Both the documentary and the book feature a historical perspective. One of the criticisms of the documentary has been that it leans too heavily on familiar stories of former players who have suffered from depression and dementia, lost their families and their money, and, in some cases, committed suicide.

One of those players, former Pittsburgh Steeler Mike Webster, died in 2002. He was 50. His doctors testified that football had damaged his brain. After a long and expensive fight, the league extended medical benefits to Webster, while simultaneously maintaining publicly that there was no connection between multiple concussions suffered by its players and depression, dementia, or suicide.

It's probably impossible to watch the documentary or read League of Denial without concluding that the NFL has been guilty of hypocrisy for the past 20 years.



But Neil Genzlinger, who reviewed the documentary for Monday's New York Times, fears that most viewers were not surprised, let alone shocked.

“Because of what we've seen with tobacco, as some of the Congress people pointed out, equating this NFL thing to what tobacco went through, no behavior surprises you when the idea is ‘You gotta protect the bottom line,’" Genzlinger said.

Genzlinger faults the film for failing to produce what he refers to as "a smoking gun." For him, that would have been a secret memo acknowledging that the NFL knew their game was causing brain damage and didn't care.

Dr. Kenneth Podell, a neuropsychologist with the Houston Methodist Hospital, also has problems with what's not in the documentary. He feels "League of Denial" leaves the impression that concussions and sub-concussive impacts entirely explain the disease in the brains of former NFL players.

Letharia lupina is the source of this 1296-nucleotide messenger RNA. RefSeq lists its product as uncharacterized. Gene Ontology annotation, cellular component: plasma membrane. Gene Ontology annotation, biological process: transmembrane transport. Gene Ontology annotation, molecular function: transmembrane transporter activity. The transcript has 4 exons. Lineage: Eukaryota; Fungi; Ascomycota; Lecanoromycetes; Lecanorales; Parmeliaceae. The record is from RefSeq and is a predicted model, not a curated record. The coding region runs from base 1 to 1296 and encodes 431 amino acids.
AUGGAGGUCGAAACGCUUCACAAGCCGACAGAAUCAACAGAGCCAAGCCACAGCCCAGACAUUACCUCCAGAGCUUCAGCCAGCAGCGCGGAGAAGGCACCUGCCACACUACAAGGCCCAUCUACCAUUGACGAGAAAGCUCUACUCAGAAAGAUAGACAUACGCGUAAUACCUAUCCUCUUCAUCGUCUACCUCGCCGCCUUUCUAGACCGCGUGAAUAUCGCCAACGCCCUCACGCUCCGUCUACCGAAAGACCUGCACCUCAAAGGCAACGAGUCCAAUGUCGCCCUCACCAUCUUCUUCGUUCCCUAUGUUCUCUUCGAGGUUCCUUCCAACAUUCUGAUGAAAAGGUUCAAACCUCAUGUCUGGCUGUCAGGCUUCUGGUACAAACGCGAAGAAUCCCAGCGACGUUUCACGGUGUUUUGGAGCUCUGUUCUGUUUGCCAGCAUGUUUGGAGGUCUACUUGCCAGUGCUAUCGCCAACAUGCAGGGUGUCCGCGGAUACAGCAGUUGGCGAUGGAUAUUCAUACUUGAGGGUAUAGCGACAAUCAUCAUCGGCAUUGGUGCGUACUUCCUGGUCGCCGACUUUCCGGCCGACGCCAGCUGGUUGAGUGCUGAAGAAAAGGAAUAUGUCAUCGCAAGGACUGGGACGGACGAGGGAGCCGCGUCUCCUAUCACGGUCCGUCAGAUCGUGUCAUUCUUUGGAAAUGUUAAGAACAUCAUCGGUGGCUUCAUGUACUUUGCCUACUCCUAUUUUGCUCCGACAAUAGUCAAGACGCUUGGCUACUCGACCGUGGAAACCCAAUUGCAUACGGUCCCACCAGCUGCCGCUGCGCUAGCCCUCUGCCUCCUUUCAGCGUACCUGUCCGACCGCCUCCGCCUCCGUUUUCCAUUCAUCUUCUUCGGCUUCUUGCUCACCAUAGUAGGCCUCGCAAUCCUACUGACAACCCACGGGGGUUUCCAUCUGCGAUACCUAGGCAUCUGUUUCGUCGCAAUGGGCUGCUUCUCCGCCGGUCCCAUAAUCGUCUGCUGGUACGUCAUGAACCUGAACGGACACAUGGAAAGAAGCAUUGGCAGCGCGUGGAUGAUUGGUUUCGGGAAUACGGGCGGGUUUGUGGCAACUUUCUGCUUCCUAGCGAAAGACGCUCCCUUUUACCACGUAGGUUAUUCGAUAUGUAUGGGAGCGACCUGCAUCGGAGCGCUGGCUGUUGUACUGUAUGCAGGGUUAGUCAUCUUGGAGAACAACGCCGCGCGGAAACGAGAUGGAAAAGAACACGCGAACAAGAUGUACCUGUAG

What you should know now is that your child could develop a brain injury from playing football. It's not just on the pro level. It's on every level of football.

Harry Carson, retired linebacker

Dr. Podell, who acknowledges that he's an NFL fan, suggests that the necessarily expensive research into those questions will take many years. Meanwhile, he points out, the league has recently instituted rule changes and sideline protocols designed to limit the number of concussions and to more conservatively treat players who've suffered them. Still, he doesn't regard the game as he once did.

“Do I see it a little bit differently now? Yes. Am I worried about head injuries? Absolutely,” Podell said. “But you also have to remember that society loves football, and the majority of people want to see the game stay the way it is, and until society changes its views, it's going to be a very difficult thing to change.”

Among the former NFL players who'd like to see those views change is Harry Carson, former linebacker for the New York Giants and a member of the Pro Football Hall of Fame. Appearing in League of Denial, Carson, who has seen numbers of his contemporaries fall victim to depression and dementia in their retirement, offers advice to the parents of children with football dreams.

“What you should know now is that your child could develop a brain injury from playing football,” he said. “It's not just on the pro level. It's on every level of football. The question is, do you want it to be your child?”

This segment aired on October 12, 2013.

Bill Littlefield Twitter Host, Only A Game
Bill Littlefield was the host of Only A Game from 1993 until 2018.